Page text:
Primary syndromes of generalized autonomic failure include the following:
Idiopathic orthostatic hypotension and other forms of pure autonomic failure (PAF)
Autoimmune autonomic neuropathy (AAN)
Multiple system atrophy (MSA)
Unlike the above disorders, which each affect sympathetic and parasympathetic function, the autonomic condition postural orthostatic tachycardia syndrome (POTS) affects only sympathetic function.
Signs and symptoms
Symptoms of decreased sympathetic function may include the following:
Ptosis associated with Horner syndrome
Symptoms of decreased parasympathetic function may include the following:
Pure autonomic failure
More specifically, symptoms of PAF include the following:
Orthostatic hypotension: With an inappropriate lack of compensatory increase in heart rate with standing
Gastroparesis: Associated with nausea or constipation
Urinary retention: May cause bladder distention
Decreased sweating: Manifesting as heat or exercise intolerance
Ophthalmologic manifestations: Including ptosis, anisocoria, Horner syndrome, and tonic pupils
Failure of either erection or ejaculation
Autoimmune autonomic neuropathy
The overall physical findings are similar to those observed in PAF. Patients may have additional findings of sensory abnormalities, pain, or loss of deep tendon reflexes.
Multiple system atrophy
Autonomic manifestations are similar to those observed in AAN and PAF. The following neurologic features may also be present:
Pyramidal or cerebellar abnormalities: Weakness, ataxia, incoordination, and eye-movement abnormalities may precede the autonomic features by as long as 2 years
Variable parkinsonian findings: Found in MSA parkinsonian variant; are unresponsive to levodopa; include rigidity, bradykinesia, tremor, and truncal instability
Evidence of cerebellar dysfunction: Found in MSA cerebellar variant; includes ataxia, dysmetria, dysdiadochokinesia, and incoordination; eye-movement abnormalities are frequently present
Postural orthostatic tachycardia syndrome
A greater than 30-bpm increase in heart rate on standing, without a clinically significant decrease in blood pressure, is diagnostic.
See Clinical Presentation for more detail.
Evaluation for acute inflammatory demyelinating polyneuropathy (AIDP): Prompted by an acute onset of autonomic symptoms without other neurologic problems or with features such as subtle weakness or numbness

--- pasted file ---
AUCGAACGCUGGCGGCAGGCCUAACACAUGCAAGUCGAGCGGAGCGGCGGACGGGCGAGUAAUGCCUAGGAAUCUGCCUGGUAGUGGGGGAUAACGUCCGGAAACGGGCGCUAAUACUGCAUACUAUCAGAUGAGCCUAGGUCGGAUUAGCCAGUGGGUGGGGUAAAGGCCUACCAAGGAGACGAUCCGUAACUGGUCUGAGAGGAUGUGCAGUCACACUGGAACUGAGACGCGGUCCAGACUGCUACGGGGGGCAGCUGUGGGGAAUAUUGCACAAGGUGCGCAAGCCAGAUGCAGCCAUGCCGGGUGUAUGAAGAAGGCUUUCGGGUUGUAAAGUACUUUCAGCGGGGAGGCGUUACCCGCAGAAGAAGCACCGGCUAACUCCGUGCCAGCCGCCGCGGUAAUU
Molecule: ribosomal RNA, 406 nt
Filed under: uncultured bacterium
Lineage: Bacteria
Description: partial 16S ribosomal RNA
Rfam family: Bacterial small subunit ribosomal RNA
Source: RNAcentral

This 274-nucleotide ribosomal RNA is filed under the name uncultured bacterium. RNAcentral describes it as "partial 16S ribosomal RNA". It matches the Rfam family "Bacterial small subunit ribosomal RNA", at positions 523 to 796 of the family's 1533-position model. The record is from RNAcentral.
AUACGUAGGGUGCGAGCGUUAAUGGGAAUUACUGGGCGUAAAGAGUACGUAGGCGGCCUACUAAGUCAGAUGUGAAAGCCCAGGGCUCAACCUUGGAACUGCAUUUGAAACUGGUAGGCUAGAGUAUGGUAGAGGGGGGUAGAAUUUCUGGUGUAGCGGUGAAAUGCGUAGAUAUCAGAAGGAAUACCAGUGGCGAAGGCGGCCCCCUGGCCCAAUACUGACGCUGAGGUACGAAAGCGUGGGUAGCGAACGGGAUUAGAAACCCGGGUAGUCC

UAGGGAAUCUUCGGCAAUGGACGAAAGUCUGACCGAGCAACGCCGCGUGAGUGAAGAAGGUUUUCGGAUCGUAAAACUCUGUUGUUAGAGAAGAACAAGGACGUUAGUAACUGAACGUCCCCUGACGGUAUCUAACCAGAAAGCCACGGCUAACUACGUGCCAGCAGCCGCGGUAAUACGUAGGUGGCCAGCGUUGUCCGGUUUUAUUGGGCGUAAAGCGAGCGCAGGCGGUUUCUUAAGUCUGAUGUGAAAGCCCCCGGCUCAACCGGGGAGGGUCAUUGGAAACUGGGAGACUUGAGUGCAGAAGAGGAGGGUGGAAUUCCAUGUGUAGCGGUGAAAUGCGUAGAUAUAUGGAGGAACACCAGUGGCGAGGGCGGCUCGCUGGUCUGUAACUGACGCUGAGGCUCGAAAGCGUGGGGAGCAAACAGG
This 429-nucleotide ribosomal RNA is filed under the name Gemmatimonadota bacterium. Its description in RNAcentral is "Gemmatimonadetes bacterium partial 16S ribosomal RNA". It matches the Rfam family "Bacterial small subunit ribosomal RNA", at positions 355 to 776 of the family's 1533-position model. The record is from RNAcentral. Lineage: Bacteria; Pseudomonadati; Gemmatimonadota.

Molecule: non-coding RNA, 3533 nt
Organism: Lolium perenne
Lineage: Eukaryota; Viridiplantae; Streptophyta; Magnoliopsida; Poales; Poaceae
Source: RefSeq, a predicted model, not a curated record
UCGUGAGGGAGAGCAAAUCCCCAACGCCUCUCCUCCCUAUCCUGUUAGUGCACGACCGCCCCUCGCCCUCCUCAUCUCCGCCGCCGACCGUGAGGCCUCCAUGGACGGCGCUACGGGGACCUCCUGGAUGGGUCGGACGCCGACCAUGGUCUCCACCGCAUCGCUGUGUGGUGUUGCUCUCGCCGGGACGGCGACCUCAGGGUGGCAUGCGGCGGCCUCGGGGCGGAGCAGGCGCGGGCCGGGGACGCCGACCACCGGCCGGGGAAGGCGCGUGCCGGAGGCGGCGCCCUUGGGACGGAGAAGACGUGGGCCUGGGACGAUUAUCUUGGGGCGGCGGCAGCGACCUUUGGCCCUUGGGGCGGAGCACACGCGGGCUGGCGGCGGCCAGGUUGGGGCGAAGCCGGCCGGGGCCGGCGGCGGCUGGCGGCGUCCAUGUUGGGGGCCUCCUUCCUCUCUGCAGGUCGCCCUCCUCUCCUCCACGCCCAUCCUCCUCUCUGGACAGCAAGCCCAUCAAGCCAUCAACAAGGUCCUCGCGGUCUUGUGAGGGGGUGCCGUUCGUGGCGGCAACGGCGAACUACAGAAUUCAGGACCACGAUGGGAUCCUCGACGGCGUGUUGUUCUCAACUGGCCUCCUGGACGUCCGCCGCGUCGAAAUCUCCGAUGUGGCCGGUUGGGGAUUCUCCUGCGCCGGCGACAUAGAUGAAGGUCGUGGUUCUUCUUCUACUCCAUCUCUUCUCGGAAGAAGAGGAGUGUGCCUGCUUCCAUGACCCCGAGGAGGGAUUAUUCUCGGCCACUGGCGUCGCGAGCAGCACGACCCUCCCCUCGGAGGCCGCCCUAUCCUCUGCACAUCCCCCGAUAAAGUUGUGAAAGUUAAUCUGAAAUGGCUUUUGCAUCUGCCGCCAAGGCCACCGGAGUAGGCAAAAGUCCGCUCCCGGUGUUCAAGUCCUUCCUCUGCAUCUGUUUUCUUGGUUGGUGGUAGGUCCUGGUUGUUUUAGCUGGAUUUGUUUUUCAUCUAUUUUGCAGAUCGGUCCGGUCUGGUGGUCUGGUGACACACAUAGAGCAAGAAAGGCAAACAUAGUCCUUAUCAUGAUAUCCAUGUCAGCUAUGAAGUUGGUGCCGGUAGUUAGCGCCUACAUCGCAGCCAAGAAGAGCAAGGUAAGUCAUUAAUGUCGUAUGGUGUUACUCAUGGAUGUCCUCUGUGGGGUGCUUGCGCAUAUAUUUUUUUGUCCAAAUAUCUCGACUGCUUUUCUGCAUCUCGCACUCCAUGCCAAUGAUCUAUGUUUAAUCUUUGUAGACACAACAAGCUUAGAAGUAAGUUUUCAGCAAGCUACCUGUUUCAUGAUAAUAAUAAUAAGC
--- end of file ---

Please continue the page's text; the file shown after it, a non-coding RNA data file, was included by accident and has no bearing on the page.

Measurement of ganglionic AChR antibody: A subacute onset without other neurologic or systemic findings may indicate AAN
Evaluation for Parkinson’s disease and MSA: Should be performed in patients with a chronic onset
Drug or toxin exposure may cause generalized or organ-specific acute autonomic dysfunction. The predominant abnormality (ie, increased or decreased sympathetic or parasympathetic activity) should be identified. The patient’s medications should be reviewed carefully.
Tests for systemic disorders causing secondary pandysautonomia, including the following, may be ordered according to clues from the patient’s history:
Glycosylated hemoglobin or glucose tolerance test: To test for diabetes
Anti-Hu antibody titers: If the patient has associated sensory neuropathy or cognitive changes.
Anti-calcium channel antibody titers: For Lambert-Eaton myasthenic syndrome (LEMS)
Stool screen for botulinum by culture and detection of toxin: In cases of suspected poisoning by food or wound contamination
Serum and urine protein electrophoresis: To evaluate myeloma with amyloidosis
Genetic testing: To evaluate for familial amyloidosis
Rapid plasma reagent (RPR) or Venereal Disease Research Laboratory test (VDRL): To test for syphilis
Human immunodeficiency virus (HIV) testing
Autoimmune screening: To evaluate for collagen-vascular disease; may include antinuclear antibody levels, erythrocyte sedimentation rate, and other autoimmune tests (eg, rheumatoid factor, SS-A and SS-B antibodies)
Assessment of the urinary porphyrins and erythrocyte porphobilinogen deaminase levels: If the clinical history suggests the possibility of porphyria
Brain magnetic resonance imaging (MRI): Particularly in cases of centrally mediated dysautonomia
In MSA, brainstem or cerebellar atrophy may be seen, with T2 hyperintensity of the pons (the hot-crossed bun sign); these findings differentiate MSA from other types of primary autonomic dysfunction.
See Workup for more detail.
Treatment strategies for autonomic disorders include the following:
AAN: Treatment is based on anecdotal evidence
Chronic PAF syndromes: Treatment is symptomatic only
POTS: Can be treated with low doses of beta blockers, as patients are normally sensitive to their adverse effects
Nonpharmacologic measures are useful for all patients with autonomic dysfunction.
They include the following:
Antihypertensive medications and other medications known to lower blood pressure should be discontinued, if feasible
Fluid and salt intake should be increased
Equipment aids may be helpful; these include tight support stockings, abdominal binders, or antigravity suits for symptomatic hypotension and bladder catheterization for urinary retention
Dietary fiber and enemas may help to improve bowel motility and decrease straining during defecation
Patients with decreased sweating should limit their physical activity, particularly in hot weather; sponging with water during activity may help to prevent overheating
Large meals may exacerbate hypotension and should be avoided
Positional changes, such as standing up, should be performed slowly and gradually
The head of the bed should be elevated, and prolonged recumbency should be avoided
See Treatment and Medication for more detail.